Day 1: Make the Starter. Combine 60 g (1⁄2 cup) of whole wheat flour and 60 g (1⁄4 cup) of water in a large jar. Mix with a fork until smooth; the consistency will be thick and pasty. If measuring by volume, add more water to thin out the texture. Cover loosely with plastic wrap, a small cloth, or the lid of the jar and let it rest in a warm spot, about 75-80 degrees F for 24 hours.
Day 2: Got Bubbles? Today, you’re going to check if any small bubbles have appeared on the surface. Bubbles indicate fermentation, which is what you want! It’s okay if you don’t see anything; the bubbles might have appeared and dissolved overnight while you were sleeping. You do not have to do anything else right now. It does not need any flour or water. Just rest the starter in your warm spot for another 24 hours. During the creation process, and even after your starter has been established, a dark liquid might appear on the starter (the image above shows the liquid in the middle of the starter- it’s usually found on the surface). This liquid is called “hooch” and is an indication that your starter needs to be fed. It also has a very stinky smell, similar to rubbing alcohol or gym socks. Any time you see this liquid, it’s best to remove by pouring if off, along with any discoloured starter present.
Day 3: Feed Your Starter. Whether bubbles are visible or not, it’s time to start the feeding process. To begin, remove and discard approximately half of your starter from the jar. Use a spoon. The texture will be very stretchy. Add 60 g (1⁄2 cup) of all-purpose our and 60 g (1/4 cup) of water. Mix with a fork until smooth. The texture should resemble thick-ish pancake batter or plain Stonyfield plain yoghurt (not Greek) at this point, so add more water as needed. Cover loosely, and let rest in your warm spot for another 24 hours.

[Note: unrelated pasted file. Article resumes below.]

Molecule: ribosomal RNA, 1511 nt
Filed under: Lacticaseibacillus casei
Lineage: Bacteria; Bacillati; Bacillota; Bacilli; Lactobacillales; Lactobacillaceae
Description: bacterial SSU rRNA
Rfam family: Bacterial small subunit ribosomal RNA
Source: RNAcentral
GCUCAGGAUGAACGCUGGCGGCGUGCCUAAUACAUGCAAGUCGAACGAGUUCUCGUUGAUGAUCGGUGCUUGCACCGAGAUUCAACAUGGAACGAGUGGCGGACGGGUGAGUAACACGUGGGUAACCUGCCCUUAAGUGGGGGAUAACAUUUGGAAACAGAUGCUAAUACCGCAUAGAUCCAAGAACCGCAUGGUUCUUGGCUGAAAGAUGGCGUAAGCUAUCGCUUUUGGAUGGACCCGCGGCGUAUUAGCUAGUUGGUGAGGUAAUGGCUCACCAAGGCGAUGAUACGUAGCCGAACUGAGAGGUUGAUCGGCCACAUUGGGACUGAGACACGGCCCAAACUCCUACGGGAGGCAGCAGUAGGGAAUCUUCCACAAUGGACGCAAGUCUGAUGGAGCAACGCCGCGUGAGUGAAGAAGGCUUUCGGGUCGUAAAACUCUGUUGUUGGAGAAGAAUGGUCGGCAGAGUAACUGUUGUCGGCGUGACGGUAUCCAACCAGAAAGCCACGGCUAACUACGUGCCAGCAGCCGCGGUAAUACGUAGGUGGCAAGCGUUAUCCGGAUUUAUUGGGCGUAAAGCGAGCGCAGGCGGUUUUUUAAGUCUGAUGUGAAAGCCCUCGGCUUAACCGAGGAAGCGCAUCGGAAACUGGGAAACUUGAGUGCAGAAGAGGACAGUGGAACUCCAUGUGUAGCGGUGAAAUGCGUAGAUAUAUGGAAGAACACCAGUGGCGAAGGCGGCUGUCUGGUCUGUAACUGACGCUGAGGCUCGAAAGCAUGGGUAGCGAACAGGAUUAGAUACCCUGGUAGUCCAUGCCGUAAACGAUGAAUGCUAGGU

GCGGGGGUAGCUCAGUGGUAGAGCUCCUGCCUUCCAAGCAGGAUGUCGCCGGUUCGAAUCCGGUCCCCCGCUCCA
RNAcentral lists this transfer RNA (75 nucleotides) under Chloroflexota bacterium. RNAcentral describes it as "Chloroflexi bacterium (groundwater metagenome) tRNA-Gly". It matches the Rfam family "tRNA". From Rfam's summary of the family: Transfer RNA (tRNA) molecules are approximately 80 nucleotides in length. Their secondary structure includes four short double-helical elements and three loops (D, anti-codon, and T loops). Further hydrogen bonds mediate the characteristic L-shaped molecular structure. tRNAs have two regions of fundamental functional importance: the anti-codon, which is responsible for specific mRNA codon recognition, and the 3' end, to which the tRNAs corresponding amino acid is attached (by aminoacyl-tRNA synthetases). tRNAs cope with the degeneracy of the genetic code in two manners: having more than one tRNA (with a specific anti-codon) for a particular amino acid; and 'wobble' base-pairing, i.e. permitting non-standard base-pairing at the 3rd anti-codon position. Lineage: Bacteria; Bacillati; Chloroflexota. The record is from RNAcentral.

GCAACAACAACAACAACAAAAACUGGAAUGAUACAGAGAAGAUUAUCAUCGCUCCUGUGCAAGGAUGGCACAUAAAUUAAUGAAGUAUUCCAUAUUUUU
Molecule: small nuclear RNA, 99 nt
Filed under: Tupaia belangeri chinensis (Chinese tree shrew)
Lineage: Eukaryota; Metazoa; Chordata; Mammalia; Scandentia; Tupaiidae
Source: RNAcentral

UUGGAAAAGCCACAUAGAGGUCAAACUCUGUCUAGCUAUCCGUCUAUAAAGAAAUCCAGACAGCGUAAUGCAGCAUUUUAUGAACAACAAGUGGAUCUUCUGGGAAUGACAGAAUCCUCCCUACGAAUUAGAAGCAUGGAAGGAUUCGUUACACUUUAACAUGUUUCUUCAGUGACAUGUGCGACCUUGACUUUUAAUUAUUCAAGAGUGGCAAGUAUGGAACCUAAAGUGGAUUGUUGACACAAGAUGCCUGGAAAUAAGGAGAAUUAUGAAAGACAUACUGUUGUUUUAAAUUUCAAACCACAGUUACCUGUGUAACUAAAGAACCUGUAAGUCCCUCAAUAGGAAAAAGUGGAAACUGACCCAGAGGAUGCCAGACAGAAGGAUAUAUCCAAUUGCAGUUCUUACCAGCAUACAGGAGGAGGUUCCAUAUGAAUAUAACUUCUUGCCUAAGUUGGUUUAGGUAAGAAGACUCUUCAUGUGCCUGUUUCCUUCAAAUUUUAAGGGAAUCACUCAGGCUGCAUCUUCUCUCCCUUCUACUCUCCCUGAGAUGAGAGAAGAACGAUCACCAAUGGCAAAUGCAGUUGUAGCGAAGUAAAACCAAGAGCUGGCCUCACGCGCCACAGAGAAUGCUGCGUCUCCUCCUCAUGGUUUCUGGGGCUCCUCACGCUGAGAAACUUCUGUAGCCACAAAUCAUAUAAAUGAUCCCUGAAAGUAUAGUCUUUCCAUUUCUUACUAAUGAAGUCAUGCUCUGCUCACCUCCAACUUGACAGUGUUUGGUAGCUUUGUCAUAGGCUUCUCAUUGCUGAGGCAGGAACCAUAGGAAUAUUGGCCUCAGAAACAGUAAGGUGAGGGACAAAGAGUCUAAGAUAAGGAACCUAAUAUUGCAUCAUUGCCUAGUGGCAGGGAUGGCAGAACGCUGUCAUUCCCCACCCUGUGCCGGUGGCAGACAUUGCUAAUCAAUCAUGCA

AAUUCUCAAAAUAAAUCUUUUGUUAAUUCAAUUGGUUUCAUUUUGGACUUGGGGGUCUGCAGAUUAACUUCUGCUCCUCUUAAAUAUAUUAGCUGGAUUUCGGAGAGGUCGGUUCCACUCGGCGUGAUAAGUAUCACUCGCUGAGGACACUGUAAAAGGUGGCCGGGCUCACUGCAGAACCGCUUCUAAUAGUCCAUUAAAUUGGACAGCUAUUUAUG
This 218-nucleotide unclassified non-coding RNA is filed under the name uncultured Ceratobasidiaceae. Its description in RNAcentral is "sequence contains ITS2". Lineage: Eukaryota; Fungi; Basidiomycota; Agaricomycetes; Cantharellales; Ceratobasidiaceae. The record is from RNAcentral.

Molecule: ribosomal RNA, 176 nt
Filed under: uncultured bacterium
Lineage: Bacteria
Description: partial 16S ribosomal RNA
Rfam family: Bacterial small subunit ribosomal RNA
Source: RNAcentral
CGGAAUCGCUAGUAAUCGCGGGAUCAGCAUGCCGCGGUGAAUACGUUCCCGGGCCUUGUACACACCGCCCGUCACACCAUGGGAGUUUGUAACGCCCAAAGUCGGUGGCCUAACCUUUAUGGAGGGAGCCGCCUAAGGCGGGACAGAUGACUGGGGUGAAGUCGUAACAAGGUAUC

Days 4,5 and 6: Keep on Feeding. Repeat the feeding process outlined on Day 3. Remove and discard half of the starter, and feed it with 60 g (1⁄2 cup) of all-purpose flour and 60 g (1/4 cup) of water. As the yeast begins to develop, your starter will rise, and bubbles will form on the surface and throughout the culture. When the starter falls, it’s time to feed it again.
Day 7: A Sourdough Starter Is Born: By now, your sourdough starter should have doubled in size. You should see plenty of bubbles, both large and small. At this point, the texture will now be spongy, fluffy, and similar to roasted marshmallows (think: s’mores). It should also smell pleasant, and not like stinky gym socks. If these conditions are met, your starter is now active. Your starter is ready to use when it passes the float test. After it has doubled in size, drop a teaspoon of starter into a glass of water; if it floats to the top it’s ready.
The very last step is to transfer your sourdough starter to a nice, clean jar. In keeping with tradition, you can also name it, and please do!